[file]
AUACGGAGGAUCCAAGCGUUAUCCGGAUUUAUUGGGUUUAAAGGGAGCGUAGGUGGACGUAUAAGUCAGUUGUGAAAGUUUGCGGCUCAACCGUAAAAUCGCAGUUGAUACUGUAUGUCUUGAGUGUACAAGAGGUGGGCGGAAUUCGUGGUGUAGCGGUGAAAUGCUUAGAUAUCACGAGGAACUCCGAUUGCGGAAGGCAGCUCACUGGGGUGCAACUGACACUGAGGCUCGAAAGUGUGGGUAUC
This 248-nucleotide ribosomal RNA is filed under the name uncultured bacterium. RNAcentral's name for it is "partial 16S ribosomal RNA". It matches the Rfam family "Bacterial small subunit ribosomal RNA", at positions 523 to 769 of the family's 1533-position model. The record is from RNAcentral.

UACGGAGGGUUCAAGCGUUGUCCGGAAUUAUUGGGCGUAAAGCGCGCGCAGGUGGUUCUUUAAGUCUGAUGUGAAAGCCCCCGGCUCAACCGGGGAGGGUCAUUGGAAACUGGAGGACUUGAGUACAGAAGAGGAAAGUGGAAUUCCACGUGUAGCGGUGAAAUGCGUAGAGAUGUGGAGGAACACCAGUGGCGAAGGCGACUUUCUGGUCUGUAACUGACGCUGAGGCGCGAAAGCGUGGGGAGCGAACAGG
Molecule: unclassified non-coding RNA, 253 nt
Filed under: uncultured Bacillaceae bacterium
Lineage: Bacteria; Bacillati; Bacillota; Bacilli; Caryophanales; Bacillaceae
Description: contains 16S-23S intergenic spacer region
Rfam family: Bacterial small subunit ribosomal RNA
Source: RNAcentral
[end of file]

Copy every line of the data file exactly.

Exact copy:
AUACGGAGGAUCCAAGCGUUAUCCGGAUUUAUUGGGUUUAAAGGGAGCGUAGGUGGACGUAUAAGUCAGUUGUGAAAGUUUGCGGCUCAACCGUAAAAUCGCAGUUGAUACUGUAUGUCUUGAGUGUACAAGAGGUGGGCGGAAUUCGUGGUGUAGCGGUGAAAUGCUUAGAUAUCACGAGGAACUCCGAUUGCGGAAGGCAGCUCACUGGGGUGCAACUGACACUGAGGCUCGAAAGUGUGGGUAUC
This 248-nucleotide ribosomal RNA is filed under the name uncultured bacterium. RNAcentral's name for it is "partial 16S ribosomal RNA". It matches the Rfam family "Bacterial small subunit ribosomal RNA", at positions 523 to 769 of the family's 1533-position model. The record is from RNAcentral.

UACGGAGGGUUCAAGCGUUGUCCGGAAUUAUUGGGCGUAAAGCGCGCGCAGGUGGUUCUUUAAGUCUGAUGUGAAAGCCCCCGGCUCAACCGGGGAGGGUCAUUGGAAACUGGAGGACUUGAGUACAGAAGAGGAAAGUGGAAUUCCACGUGUAGCGGUGAAAUGCGUAGAGAUGUGGAGGAACACCAGUGGCGAAGGCGACUUUCUGGUCUGUAACUGACGCUGAGGCGCGAAAGCGUGGGGAGCGAACAGG
Molecule: unclassified non-coding RNA, 253 nt
Filed under: uncultured Bacillaceae bacterium
Lineage: Bacteria; Bacillati; Bacillota; Bacilli; Caryophanales; Bacillaceae
Description: contains 16S-23S intergenic spacer region
Rfam family: Bacterial small subunit ribosomal RNA
Source: RNAcentral